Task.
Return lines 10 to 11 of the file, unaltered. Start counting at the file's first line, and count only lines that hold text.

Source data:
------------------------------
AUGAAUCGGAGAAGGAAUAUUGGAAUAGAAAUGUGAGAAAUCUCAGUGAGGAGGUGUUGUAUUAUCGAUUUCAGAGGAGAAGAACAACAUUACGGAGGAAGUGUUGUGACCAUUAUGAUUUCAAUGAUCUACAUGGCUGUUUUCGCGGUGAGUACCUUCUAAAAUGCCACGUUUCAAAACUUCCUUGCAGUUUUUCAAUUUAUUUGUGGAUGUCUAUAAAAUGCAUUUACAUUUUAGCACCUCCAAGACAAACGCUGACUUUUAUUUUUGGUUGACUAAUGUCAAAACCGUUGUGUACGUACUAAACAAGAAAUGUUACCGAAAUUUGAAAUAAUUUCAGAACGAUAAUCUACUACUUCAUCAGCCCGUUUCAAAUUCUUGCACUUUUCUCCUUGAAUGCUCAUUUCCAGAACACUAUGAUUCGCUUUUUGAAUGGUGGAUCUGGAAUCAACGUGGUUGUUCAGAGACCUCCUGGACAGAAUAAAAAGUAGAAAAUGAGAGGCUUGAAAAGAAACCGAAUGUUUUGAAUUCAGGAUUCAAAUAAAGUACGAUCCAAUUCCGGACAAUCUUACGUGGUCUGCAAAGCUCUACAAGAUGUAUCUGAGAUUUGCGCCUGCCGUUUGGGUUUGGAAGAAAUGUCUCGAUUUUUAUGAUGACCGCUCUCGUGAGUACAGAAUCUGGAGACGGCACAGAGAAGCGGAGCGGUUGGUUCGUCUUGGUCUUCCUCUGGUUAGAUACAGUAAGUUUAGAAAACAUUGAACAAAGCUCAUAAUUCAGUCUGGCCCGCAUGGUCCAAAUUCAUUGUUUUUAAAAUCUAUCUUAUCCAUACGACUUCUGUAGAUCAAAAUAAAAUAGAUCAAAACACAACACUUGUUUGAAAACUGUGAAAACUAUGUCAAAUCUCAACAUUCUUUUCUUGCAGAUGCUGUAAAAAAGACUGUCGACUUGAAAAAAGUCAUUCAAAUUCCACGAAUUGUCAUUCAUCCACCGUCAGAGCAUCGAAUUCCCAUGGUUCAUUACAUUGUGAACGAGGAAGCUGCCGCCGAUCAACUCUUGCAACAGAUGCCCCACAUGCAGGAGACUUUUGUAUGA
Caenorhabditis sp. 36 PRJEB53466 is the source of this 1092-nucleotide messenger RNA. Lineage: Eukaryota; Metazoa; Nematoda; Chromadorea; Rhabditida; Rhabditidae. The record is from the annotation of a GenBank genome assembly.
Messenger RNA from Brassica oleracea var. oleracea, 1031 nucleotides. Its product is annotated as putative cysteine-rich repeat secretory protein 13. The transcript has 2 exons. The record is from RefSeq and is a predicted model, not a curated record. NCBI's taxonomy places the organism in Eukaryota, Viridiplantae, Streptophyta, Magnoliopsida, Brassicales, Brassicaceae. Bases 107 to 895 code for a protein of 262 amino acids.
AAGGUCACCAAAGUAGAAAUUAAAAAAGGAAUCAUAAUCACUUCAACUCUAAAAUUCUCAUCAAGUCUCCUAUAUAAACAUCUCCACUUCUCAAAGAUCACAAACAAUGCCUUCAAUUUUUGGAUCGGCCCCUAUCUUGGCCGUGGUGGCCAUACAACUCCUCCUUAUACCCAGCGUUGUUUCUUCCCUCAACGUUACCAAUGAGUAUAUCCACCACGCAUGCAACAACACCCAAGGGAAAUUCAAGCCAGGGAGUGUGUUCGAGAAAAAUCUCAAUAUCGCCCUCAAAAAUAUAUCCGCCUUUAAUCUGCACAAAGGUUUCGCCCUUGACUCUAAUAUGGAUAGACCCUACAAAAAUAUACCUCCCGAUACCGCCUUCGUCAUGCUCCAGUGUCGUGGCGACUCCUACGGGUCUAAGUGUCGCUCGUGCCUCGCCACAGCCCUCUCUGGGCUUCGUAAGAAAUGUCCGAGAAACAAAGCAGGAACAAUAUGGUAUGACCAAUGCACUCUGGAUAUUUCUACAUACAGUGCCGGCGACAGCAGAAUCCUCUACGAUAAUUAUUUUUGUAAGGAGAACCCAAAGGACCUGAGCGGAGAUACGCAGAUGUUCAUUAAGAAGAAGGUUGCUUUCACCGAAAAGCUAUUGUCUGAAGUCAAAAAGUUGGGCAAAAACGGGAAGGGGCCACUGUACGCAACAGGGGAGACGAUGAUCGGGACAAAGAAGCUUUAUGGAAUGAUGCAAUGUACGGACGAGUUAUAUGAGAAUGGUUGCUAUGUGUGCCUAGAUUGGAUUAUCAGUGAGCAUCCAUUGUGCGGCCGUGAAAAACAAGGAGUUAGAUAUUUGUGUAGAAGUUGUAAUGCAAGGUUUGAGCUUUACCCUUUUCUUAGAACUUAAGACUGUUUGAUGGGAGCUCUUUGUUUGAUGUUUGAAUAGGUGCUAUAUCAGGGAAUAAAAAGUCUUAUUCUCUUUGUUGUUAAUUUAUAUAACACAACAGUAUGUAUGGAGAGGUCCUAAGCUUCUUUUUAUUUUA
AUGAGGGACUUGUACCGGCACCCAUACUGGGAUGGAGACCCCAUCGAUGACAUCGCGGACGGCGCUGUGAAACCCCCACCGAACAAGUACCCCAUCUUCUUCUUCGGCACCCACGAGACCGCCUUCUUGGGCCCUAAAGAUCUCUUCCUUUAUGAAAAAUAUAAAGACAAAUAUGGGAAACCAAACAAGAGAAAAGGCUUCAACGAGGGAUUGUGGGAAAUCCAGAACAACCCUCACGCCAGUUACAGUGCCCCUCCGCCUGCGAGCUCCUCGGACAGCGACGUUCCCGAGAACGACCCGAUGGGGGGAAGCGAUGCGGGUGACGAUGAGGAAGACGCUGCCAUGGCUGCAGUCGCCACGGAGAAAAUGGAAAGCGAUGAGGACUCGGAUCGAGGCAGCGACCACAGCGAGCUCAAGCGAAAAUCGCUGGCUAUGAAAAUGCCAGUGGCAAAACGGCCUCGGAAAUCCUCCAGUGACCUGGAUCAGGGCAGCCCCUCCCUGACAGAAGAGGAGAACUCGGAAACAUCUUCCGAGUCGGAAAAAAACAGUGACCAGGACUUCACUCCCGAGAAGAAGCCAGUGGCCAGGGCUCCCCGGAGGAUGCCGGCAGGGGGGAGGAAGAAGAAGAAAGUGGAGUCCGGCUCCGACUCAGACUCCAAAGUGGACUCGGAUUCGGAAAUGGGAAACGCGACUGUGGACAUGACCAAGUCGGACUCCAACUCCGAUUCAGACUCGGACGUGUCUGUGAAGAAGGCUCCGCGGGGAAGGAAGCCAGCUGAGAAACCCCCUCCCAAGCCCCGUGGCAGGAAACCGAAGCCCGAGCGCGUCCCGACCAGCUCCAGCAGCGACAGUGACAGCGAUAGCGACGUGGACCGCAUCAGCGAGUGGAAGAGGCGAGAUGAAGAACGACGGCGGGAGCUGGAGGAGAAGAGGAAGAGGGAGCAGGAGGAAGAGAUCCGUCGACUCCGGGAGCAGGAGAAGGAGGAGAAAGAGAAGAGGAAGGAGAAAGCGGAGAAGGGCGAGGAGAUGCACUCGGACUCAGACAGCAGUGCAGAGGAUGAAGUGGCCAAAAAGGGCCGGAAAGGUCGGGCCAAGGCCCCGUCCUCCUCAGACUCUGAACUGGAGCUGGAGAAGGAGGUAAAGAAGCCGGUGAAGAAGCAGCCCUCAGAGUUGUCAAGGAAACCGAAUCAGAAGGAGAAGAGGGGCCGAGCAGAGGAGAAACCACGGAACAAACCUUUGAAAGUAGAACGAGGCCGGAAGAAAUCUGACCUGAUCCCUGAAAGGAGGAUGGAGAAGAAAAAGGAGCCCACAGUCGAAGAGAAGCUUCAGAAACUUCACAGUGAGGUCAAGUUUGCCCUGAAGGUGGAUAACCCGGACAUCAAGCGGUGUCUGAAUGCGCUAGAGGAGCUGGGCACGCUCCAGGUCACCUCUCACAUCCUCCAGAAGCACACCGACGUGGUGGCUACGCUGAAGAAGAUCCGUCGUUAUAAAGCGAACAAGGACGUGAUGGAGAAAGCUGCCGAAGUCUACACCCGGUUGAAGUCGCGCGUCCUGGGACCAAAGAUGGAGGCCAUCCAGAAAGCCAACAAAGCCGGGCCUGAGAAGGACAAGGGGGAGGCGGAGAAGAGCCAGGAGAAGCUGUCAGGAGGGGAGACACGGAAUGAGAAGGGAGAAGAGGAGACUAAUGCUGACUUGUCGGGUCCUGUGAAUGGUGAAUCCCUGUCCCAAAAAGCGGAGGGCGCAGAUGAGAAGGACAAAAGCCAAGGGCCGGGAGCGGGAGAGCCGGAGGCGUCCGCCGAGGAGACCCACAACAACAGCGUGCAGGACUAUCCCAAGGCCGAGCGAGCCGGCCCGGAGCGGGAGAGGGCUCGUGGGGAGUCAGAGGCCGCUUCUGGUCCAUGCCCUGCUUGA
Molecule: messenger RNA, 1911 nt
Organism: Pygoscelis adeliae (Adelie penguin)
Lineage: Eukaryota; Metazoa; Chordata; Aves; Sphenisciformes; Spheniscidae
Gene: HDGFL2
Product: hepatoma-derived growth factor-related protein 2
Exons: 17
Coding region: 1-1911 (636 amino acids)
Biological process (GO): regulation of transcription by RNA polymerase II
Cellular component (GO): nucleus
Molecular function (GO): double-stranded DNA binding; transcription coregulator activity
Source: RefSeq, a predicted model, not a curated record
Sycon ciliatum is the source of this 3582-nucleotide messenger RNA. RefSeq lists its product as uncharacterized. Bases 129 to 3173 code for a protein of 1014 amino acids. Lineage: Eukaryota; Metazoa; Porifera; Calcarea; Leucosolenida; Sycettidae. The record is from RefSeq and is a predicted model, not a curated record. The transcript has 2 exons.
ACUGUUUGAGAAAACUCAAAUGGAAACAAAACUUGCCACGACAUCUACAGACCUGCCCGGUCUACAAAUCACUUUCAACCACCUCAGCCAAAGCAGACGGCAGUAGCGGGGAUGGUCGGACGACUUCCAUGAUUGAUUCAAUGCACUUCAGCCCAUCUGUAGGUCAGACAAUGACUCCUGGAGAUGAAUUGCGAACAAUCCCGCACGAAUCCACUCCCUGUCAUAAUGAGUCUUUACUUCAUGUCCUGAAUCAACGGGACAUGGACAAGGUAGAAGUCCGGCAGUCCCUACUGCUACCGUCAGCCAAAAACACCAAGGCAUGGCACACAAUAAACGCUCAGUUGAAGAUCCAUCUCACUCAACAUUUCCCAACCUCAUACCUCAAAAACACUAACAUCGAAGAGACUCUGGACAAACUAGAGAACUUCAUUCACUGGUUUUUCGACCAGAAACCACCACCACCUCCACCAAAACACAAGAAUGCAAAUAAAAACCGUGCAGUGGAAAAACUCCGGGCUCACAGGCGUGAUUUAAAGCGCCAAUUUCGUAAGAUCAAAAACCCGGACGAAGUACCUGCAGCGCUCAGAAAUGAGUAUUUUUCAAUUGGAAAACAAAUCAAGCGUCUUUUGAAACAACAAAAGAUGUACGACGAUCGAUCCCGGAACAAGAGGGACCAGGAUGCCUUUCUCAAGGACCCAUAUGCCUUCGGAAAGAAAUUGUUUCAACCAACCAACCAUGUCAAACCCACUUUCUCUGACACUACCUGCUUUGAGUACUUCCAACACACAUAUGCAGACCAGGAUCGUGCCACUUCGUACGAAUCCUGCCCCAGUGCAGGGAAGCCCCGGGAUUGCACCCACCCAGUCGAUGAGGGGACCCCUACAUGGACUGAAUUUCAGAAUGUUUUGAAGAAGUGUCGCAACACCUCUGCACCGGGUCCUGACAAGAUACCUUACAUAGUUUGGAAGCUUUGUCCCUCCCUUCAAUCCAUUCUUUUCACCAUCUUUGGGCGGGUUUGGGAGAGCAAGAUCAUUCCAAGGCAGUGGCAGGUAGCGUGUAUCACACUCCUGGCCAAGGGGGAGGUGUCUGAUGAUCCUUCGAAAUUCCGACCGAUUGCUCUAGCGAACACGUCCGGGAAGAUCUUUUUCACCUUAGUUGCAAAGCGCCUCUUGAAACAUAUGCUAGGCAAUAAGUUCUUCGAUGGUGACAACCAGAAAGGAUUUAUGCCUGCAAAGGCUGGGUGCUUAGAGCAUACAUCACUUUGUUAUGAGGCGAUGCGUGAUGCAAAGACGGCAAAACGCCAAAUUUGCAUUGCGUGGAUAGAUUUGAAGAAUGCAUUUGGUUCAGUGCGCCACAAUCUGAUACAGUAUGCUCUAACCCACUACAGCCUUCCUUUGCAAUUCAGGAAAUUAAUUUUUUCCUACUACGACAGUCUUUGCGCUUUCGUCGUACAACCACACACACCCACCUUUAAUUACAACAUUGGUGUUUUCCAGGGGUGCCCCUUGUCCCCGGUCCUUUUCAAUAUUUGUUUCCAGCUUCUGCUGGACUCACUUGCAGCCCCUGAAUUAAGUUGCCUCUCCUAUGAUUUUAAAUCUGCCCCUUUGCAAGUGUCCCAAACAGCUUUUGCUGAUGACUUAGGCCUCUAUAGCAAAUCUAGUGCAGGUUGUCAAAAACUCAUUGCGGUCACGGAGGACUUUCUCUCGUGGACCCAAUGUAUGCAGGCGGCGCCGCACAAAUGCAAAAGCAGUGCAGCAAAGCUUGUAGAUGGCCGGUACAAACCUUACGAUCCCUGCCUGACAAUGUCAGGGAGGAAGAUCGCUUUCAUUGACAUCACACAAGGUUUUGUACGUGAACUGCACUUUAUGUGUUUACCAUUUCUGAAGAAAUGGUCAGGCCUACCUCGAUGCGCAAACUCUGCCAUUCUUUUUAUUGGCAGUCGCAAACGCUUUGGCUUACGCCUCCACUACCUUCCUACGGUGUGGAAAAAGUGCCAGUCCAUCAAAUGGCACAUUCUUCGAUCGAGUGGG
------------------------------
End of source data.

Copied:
Product: hepatoma-derived growth factor-related protein 2
Exons: 17